by Ted S. McGregor Jr.

More than seven years ago, the City of Spokane used an emergency ordinance to join the River Park Square public private partnership in order to "save downtown," as public officials put it at the time. Now a new set of public officials may act on the same emergency basis to get the city out of the partnership.

The City Council may be asked as early as next week to endorse Mayor Jim West's plan to pay off angry bondholders before federal litigation gets underway on April 19 in Richland. Since time is so short, the measure would have to be enacted as an emergency, meaning that as with the original decision to join the project, the citizens would never have a chance to vote on the plan. Bond issues that the city can fund out of their regular cash flow -- called councilmanic bonds -- do not require a public vote, either. City Council deliberation over the plan would be held in public, however, either on Monday night or at the following meeting, April 12.

"We've been in mediation without a lot of success. It's my desire that we not end up in court," West told a gathering of reporters on Monday at City Hall. "We're looking for the best result for the citizens."

The plan calls for the city to issue $39 million in bonds to pay off the bondholders and buy the parking garage outright -- kind of like paying off your house early. The city would then be free to legally pursue contributions from other defendants in the case. In fact, the city would be free then to ask the court to transfer the bondholders' claims over to them, turning the city from defendant to plaintiff.

"I believe the bond markets will look favorably upon the city's ability to do this," the city's special counsel Laurel Siddoway told the City Council on Monday night. "It also ensures that no other defendants can be settling around us, and it gives us flexibility as we proceed toward the trial on April 19."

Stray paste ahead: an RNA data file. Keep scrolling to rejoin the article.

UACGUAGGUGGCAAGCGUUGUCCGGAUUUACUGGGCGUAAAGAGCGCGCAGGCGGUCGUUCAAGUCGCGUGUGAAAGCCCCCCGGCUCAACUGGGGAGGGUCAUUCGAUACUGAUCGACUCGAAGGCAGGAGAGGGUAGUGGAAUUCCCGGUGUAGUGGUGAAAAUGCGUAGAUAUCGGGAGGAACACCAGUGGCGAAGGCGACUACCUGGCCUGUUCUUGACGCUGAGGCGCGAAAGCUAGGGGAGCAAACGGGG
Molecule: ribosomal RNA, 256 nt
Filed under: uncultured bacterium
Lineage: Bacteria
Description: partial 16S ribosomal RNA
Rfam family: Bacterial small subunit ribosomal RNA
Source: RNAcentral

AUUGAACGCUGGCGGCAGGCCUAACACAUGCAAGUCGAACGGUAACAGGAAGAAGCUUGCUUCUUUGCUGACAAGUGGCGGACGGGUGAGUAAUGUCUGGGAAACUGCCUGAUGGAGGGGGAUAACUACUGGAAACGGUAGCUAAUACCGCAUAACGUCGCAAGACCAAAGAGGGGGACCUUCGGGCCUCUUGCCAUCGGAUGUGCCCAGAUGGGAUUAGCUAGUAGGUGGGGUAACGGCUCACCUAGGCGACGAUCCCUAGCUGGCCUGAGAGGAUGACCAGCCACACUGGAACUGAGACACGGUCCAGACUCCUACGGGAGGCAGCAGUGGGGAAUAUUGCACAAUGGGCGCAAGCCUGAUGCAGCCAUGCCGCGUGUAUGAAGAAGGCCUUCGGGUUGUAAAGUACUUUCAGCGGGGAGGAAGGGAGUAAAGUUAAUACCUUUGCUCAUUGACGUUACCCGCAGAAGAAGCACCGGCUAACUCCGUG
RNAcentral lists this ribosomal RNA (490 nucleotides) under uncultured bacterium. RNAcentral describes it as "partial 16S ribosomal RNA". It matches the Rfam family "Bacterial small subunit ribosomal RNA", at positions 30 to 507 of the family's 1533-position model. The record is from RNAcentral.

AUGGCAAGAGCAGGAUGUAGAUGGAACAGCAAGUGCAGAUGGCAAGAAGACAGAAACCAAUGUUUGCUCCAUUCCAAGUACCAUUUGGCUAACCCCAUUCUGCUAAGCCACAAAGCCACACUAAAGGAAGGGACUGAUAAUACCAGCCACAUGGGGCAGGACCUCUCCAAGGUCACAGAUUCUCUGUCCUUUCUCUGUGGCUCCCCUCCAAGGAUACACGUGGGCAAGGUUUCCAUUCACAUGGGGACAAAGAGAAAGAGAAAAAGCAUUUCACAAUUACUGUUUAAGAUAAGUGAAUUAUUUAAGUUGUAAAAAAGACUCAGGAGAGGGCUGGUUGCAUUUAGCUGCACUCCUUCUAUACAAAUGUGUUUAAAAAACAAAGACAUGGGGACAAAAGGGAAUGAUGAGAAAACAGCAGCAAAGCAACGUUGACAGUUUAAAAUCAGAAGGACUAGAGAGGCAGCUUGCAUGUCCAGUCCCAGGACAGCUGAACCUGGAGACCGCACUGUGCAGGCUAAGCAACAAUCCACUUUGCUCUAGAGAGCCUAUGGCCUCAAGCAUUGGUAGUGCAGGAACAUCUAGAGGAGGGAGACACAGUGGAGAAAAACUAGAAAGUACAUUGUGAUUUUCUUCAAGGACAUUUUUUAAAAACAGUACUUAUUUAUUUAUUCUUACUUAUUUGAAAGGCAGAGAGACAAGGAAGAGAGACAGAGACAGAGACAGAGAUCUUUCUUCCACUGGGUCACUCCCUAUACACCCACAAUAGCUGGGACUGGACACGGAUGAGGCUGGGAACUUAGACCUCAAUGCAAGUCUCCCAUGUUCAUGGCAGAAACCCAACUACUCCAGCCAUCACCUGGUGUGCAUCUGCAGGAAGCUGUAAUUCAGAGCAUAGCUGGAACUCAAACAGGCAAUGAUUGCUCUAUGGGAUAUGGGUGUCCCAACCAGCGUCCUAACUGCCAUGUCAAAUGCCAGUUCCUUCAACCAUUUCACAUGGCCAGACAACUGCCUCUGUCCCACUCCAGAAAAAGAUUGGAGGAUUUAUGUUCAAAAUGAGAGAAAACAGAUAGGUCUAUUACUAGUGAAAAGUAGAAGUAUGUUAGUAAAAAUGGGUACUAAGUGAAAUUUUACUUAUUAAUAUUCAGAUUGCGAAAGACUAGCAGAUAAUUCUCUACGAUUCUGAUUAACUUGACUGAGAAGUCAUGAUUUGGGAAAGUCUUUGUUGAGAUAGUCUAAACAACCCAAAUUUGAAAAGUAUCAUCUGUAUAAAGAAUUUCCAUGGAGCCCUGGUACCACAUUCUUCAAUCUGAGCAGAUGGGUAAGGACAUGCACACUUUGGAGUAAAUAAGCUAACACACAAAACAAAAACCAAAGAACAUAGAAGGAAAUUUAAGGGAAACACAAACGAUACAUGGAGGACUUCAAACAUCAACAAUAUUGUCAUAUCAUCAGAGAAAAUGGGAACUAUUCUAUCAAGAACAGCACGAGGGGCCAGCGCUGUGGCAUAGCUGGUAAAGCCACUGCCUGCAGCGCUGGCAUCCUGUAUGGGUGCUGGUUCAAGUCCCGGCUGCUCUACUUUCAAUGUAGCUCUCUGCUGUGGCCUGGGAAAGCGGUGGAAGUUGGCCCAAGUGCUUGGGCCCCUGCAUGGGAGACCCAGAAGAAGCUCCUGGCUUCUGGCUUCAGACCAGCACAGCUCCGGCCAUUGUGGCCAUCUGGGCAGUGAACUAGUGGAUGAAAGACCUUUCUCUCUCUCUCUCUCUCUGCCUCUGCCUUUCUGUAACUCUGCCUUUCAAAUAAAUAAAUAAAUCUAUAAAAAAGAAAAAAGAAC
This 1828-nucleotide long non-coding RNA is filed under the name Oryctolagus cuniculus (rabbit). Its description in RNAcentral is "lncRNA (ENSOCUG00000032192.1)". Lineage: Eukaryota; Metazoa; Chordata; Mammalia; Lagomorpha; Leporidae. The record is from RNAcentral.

In other words, West's plan allows the city to control its own destiny more effectively than it might as one of nine defendants (or 13, depending on how you count them).

Why Now?

So why the rush? Why couldn't a plan like this have been acted upon six months ago? It could have. Late last year, Councilman Steve Eugster floated a similar proposal, but nothing came of it.

One important reason that now might be the right time to try something like this is the fact that many cases wind up being settled just before they go to trial. By the time the trial is set to start, all the depositions have been taken, all the expert witnesses have been vetted and the outlines of everyone's arguments are fairly clear. By that time, defendants have a pretty good idea of how strong their case is, and, if they don't think it's very strong, they probably have a ballpark figure as to what degree they think they are financially exposed. With all these facts and figures at hand, defendants are finally in a position to know exactly how much of a cash contribution they can live with, if any. Settlements are popular because they allow defendants to control the outcome; once a case is in front of a jury, anything can happen.

If the city indeed issues $39 million in bonds, it would essentially be offering all defendants one last chance to settle before the trial begins. The city would ask individual defendants to contribute a cash amount to the overall settlement. In return for the money, those defendants would be absolved of any future claims from the city. So if all goes according to plan, the city's new bond issue could really be quite a bit less than $39 million.

This all depends on how strongly the various defendants -- the mall developers, the city, Prudential Securities, Walker Parking Consultants, and various law firms -- believe in their defense and the strength of the plaintiffs' case. It's going to be a long, complicated trial, but it may boil down to whether the jury believes enough of the facts about the deal were disclosed to the buyers of the bonds. The plaintiffs have a long list of anecdotal items they think will prove their case -- for example the fact that the garage went from a value of $14 million to $26 million overnight, to name just one. Defendants will argue that all risks were adequately outlined in the official statement -- the legal document used as a prospectus for bond buyers. Of course, with so many defendants, and with so many competing needs, it may be hard for the defendants to maintain a united front. If the various defendants wind up in a kind of every-man-for-himself mode, it could color the way the jury views the case and may bolster the plaintiffs' case.

Another reason the city may be seeking such a solution now is that Judge Edward Shea recently ruled that the city could not blame the developer for problems in the deal. That would seem to take a lot of the steam out of the city's legal strategy, perhaps shaking confidence in their position and prompting the action now underway. In fact, in raising the idea that the city may take on the plaintiffs' claims via the buyout, it would appear that they believe the bondholders are in a better legal position.